Nooshin Mortazavi, postdoctoral researcher at Chalmers University of Technology
Nooshin Mortazavi, a postdoctoral researcher at the Department of Physics at Chalmers, has been awarded by both the Wenner-Gren Foundations and the Wallenberg Foundations.
​Image: Helén Rosenfeldt

Materials scientist awarded two prestigious fellowships

Postdoctoral researcher Nooshin Mortazavi has recently been awarded two prestigious fellowships by the Wenner-Gren Foundations and Wallenberg Foundations. She can now choose between two or three years of postdoctoral training at either Harvard University or at Stanford University in the US – followed by two years at Chalmers University of Technology after her return.
I am now trying to understand which position is a good fit for me and my career goals and is located in a place where I enjoy spending time. This is indeed a very tough decision to make," says Nooshin Mortazavi who currently works at the Division of Materials Microstructure at the Department of Physics at Chalmers.

One choice is a grant from the Wenner-Gren Foundation to carry out research on "High Temperature Thermoelectrics Based on Natural Superlattice Oxides" in John A. Paulson School of Engineering and Applied Science at Harvard University, Boston, USA. The project that Nooshin Mortazavi has proposed to carry out at Harvard comes with an ambitious goal: conversion of large amounts of waste heat to electricity using an intriguing but poorly characterized class of still-developing high-temperature ceramics, known as natural superlattices (NSLs).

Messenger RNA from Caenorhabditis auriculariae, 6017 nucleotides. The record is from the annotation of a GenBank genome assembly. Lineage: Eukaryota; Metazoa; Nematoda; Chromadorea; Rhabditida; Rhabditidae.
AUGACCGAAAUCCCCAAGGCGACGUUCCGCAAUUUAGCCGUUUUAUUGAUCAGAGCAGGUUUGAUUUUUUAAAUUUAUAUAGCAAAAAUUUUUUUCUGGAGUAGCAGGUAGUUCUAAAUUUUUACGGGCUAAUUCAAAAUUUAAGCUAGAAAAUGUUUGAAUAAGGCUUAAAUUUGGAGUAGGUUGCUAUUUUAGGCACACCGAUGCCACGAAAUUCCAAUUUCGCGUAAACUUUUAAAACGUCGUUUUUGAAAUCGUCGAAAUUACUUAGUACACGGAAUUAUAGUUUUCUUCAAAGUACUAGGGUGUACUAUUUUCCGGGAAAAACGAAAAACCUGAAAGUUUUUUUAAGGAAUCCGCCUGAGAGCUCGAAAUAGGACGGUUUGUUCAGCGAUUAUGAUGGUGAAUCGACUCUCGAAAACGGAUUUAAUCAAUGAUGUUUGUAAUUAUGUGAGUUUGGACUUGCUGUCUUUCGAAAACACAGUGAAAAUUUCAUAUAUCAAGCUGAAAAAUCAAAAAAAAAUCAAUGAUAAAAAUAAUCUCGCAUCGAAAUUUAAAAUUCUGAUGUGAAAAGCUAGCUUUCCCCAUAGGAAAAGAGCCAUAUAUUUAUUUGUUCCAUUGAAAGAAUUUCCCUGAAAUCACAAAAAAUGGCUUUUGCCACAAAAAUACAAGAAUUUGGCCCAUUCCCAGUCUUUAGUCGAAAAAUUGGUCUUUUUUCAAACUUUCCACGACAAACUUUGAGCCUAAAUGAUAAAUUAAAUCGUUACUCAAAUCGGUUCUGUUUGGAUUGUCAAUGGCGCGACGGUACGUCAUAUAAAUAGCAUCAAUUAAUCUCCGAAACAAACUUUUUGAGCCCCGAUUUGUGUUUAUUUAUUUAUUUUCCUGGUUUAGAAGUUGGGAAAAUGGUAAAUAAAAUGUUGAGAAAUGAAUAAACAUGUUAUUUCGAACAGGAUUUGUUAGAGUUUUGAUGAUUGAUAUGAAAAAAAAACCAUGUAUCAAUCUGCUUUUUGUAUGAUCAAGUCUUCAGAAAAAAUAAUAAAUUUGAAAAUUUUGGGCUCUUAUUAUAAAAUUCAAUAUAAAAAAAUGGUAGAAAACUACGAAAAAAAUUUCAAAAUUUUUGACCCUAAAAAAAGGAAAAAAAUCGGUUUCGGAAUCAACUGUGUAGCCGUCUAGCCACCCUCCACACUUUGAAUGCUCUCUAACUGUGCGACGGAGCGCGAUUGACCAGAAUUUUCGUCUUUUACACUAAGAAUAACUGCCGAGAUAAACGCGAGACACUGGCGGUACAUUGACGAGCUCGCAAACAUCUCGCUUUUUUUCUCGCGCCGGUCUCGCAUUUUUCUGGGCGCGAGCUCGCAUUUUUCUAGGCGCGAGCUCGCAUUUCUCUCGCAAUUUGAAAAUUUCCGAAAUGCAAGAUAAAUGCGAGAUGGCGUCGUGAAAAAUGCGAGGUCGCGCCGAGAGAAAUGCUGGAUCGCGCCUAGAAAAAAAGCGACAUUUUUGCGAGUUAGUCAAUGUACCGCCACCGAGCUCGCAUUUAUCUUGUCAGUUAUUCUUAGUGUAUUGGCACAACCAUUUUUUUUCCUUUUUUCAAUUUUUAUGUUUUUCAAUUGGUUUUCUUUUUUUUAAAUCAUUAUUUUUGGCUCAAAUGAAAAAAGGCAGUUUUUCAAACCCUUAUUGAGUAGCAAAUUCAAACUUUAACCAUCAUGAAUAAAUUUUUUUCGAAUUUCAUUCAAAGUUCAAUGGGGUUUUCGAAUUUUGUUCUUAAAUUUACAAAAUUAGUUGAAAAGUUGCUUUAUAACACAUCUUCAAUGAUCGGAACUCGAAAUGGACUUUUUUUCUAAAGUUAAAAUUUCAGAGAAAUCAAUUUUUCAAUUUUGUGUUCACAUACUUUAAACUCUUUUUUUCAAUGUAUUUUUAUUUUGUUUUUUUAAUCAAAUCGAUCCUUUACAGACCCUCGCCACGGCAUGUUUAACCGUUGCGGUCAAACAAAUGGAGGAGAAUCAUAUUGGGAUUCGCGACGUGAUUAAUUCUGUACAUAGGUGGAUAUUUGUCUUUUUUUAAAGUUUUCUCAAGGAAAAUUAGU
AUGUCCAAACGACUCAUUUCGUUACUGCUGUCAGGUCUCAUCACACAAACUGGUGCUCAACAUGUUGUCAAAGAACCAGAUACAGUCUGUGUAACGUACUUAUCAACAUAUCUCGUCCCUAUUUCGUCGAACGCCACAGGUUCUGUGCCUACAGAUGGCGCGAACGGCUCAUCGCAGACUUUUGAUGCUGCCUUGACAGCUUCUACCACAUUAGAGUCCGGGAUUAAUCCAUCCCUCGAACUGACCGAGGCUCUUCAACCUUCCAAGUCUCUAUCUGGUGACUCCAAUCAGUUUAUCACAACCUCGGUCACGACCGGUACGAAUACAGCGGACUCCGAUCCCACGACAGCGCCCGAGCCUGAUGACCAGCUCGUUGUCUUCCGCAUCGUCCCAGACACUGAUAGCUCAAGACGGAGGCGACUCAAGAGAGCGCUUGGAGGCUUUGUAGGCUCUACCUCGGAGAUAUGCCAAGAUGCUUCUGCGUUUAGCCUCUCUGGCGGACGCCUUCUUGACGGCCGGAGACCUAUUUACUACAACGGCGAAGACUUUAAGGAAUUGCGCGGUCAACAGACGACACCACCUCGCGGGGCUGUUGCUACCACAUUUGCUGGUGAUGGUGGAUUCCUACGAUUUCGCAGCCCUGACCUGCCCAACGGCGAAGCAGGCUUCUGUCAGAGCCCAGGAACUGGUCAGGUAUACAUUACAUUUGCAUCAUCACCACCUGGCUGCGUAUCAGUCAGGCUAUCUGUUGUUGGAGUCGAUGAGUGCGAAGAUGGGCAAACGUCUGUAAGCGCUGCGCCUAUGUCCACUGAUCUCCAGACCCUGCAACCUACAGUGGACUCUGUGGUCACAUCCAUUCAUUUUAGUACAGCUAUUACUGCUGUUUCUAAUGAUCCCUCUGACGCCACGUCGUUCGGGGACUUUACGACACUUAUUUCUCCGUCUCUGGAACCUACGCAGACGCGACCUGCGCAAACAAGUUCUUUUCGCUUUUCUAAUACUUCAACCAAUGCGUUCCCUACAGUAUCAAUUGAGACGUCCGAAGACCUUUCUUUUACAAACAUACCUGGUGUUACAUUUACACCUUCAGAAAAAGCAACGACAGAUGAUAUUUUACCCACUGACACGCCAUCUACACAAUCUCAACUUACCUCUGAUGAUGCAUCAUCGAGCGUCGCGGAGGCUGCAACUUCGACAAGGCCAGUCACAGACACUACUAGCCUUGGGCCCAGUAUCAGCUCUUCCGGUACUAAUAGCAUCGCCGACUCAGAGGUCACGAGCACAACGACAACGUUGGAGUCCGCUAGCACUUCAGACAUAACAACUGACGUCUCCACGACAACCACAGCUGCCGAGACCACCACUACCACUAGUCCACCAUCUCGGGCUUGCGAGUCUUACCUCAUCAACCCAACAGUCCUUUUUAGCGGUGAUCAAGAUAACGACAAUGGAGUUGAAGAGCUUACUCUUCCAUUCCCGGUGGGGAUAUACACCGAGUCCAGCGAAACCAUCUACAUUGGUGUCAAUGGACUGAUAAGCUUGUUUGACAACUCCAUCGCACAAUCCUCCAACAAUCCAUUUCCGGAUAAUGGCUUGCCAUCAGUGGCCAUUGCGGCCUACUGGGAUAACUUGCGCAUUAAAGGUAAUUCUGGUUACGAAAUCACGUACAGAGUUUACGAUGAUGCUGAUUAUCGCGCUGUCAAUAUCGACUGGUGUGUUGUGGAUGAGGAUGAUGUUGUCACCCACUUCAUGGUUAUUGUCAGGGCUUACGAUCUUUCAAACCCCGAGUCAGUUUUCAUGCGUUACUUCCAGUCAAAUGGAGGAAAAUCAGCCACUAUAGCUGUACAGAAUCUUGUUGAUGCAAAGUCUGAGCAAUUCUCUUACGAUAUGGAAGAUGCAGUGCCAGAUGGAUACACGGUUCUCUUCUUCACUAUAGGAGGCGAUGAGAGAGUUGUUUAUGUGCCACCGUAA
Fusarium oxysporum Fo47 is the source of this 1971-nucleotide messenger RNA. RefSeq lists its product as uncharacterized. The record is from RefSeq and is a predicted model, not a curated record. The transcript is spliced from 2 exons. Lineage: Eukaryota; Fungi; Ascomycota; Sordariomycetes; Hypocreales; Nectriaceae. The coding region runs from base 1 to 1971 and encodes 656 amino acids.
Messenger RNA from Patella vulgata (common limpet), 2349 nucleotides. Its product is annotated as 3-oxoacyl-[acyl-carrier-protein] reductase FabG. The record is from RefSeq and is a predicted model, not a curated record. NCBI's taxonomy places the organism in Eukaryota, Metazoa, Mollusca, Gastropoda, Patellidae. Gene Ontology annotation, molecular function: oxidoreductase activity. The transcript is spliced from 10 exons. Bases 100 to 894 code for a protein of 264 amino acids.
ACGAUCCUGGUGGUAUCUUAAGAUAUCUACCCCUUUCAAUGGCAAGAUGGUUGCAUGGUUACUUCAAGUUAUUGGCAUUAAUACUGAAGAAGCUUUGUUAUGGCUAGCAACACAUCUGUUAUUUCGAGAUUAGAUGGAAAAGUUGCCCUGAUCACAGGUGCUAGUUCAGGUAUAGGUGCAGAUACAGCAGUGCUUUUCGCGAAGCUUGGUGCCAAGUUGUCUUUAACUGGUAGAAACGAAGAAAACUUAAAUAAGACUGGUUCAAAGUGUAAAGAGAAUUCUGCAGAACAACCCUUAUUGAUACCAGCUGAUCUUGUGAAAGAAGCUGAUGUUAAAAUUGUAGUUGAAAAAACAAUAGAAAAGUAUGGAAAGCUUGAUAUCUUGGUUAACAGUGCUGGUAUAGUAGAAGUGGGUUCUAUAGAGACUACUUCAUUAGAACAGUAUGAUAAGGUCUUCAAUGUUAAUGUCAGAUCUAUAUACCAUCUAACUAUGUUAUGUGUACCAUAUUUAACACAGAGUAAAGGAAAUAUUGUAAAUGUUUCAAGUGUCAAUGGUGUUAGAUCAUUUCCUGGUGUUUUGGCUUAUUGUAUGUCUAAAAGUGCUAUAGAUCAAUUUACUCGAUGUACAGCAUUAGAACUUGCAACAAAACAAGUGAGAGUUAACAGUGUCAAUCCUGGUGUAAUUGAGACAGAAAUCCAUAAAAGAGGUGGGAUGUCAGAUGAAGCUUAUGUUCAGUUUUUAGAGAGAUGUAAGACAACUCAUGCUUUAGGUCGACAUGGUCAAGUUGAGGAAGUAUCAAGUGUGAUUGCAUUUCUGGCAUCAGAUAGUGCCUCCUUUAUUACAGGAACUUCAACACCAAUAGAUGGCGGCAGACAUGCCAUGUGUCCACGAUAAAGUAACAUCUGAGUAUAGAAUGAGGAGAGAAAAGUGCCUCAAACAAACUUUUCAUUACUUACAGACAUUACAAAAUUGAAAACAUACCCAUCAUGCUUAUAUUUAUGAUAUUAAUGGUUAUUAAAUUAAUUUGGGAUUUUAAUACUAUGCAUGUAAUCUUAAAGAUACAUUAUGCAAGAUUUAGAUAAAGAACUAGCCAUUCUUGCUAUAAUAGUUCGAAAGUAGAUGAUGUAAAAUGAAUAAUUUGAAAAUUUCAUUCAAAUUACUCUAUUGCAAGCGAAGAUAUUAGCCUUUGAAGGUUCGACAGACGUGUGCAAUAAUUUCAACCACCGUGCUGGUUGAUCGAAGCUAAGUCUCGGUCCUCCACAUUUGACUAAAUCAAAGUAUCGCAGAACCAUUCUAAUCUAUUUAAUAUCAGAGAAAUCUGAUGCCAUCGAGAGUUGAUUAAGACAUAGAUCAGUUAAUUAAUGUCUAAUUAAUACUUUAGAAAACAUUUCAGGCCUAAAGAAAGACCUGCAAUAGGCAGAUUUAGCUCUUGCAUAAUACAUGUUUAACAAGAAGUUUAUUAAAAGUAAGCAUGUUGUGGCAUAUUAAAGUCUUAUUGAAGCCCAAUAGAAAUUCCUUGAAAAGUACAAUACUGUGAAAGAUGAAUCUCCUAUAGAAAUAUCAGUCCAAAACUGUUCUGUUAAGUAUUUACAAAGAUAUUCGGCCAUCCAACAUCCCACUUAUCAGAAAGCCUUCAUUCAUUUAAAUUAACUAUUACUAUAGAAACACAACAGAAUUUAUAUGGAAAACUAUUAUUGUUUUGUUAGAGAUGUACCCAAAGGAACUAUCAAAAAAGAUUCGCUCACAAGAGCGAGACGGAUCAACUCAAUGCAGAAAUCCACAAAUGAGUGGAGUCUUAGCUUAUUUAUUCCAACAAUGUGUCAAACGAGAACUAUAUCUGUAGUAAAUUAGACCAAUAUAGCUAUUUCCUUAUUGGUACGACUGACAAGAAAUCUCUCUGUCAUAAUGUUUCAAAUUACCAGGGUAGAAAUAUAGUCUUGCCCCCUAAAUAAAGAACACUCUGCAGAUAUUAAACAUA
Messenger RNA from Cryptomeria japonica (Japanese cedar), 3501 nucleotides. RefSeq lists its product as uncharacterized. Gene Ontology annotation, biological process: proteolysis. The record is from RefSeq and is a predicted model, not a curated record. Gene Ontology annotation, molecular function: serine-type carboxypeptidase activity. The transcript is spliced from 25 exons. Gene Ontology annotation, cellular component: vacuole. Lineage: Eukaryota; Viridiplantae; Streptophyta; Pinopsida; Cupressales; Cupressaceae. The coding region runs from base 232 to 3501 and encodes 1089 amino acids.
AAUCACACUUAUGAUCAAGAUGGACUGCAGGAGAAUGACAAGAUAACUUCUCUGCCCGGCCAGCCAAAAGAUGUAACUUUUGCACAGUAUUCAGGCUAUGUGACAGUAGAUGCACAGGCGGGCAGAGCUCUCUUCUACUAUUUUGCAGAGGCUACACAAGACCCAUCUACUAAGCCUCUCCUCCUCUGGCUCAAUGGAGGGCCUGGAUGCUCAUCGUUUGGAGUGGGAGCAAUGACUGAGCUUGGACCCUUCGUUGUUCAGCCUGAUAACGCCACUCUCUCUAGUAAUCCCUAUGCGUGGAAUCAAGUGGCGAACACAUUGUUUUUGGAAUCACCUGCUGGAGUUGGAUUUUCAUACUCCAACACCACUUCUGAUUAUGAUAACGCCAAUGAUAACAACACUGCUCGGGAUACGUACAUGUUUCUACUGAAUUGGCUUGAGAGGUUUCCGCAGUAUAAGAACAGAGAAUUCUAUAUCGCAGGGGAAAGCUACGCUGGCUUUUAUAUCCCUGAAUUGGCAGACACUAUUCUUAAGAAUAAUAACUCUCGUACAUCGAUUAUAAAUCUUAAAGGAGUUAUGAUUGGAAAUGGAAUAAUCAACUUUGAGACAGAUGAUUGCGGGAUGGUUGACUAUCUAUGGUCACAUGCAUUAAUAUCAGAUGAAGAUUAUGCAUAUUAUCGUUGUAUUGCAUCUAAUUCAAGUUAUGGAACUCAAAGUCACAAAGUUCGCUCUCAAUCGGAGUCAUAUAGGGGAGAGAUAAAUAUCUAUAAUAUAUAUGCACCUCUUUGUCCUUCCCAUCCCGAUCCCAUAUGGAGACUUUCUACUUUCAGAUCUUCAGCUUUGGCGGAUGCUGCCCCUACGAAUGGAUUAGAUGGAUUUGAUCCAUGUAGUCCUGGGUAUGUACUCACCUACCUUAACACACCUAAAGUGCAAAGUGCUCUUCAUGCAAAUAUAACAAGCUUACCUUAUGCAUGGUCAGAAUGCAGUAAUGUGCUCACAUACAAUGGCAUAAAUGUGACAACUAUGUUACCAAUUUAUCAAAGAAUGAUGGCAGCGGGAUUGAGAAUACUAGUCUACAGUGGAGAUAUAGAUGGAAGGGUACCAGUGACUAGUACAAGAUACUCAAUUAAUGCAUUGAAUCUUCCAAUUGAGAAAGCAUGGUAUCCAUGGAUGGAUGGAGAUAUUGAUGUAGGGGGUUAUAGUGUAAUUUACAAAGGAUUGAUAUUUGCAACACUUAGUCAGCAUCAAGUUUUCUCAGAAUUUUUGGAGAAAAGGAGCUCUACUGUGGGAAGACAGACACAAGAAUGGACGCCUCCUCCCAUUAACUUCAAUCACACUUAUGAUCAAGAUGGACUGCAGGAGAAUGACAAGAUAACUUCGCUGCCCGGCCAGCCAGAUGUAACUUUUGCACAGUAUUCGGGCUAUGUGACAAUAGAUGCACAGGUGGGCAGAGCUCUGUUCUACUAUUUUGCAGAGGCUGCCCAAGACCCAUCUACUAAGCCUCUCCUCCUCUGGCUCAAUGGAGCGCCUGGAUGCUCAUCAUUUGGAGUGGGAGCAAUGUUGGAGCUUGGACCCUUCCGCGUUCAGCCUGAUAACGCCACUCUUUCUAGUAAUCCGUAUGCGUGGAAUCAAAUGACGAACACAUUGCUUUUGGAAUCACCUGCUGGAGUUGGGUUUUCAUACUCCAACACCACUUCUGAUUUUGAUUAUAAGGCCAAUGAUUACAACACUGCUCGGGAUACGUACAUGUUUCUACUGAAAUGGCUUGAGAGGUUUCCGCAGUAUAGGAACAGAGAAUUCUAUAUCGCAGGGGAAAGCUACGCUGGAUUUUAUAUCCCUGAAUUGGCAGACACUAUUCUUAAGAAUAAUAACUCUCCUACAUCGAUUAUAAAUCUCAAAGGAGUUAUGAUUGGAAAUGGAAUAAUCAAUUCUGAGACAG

In this program, she will spend up to three years abroad, followed by two years of research at Chalmers. This fellowship is the Wenner-Gren Foundation’s most exclusive program where only five candidates are chosen in Sweden from different fields of research.

Nooshin Mortazavi has also been selected as one of the Wallenberg’s fellows of a postdoctoral scholarship program at Stanford University, California, USA. This grant supports her to make an impact on the solid oxide fuel cells (SOFCs) research in the Department of Materials Science and Engineering at Stanford University. In this program she will spend two years at Stanford, followed by two years of research at Chalmers.

"I plan to expand my research horizon from metallic materials to ceramics with various applications in emerging renewable energy technologies such as thermoelectric materials and SOFCs. It is a privilege to be in a situation where I can choose, even though it is hard to decide. Apparently, it is not possible to perform two projects in the east and west coast of the US simultaneously…"

For more information: 

Nooshin Mortazavi, Postdoctoral researcher, Department of Physics, Chalmers University of Technology, , +46 73 387 32 26, +46 31 772 67 83 

Nooshin Mortazavi defended her doctoral thesis at the Department of Physics at Chalmers on 21 December 2017. Read the abstract here.  

Read more about the foundations and the fellowships:

Published: Wed 23 May 2018. Modified: Fri 25 May 2018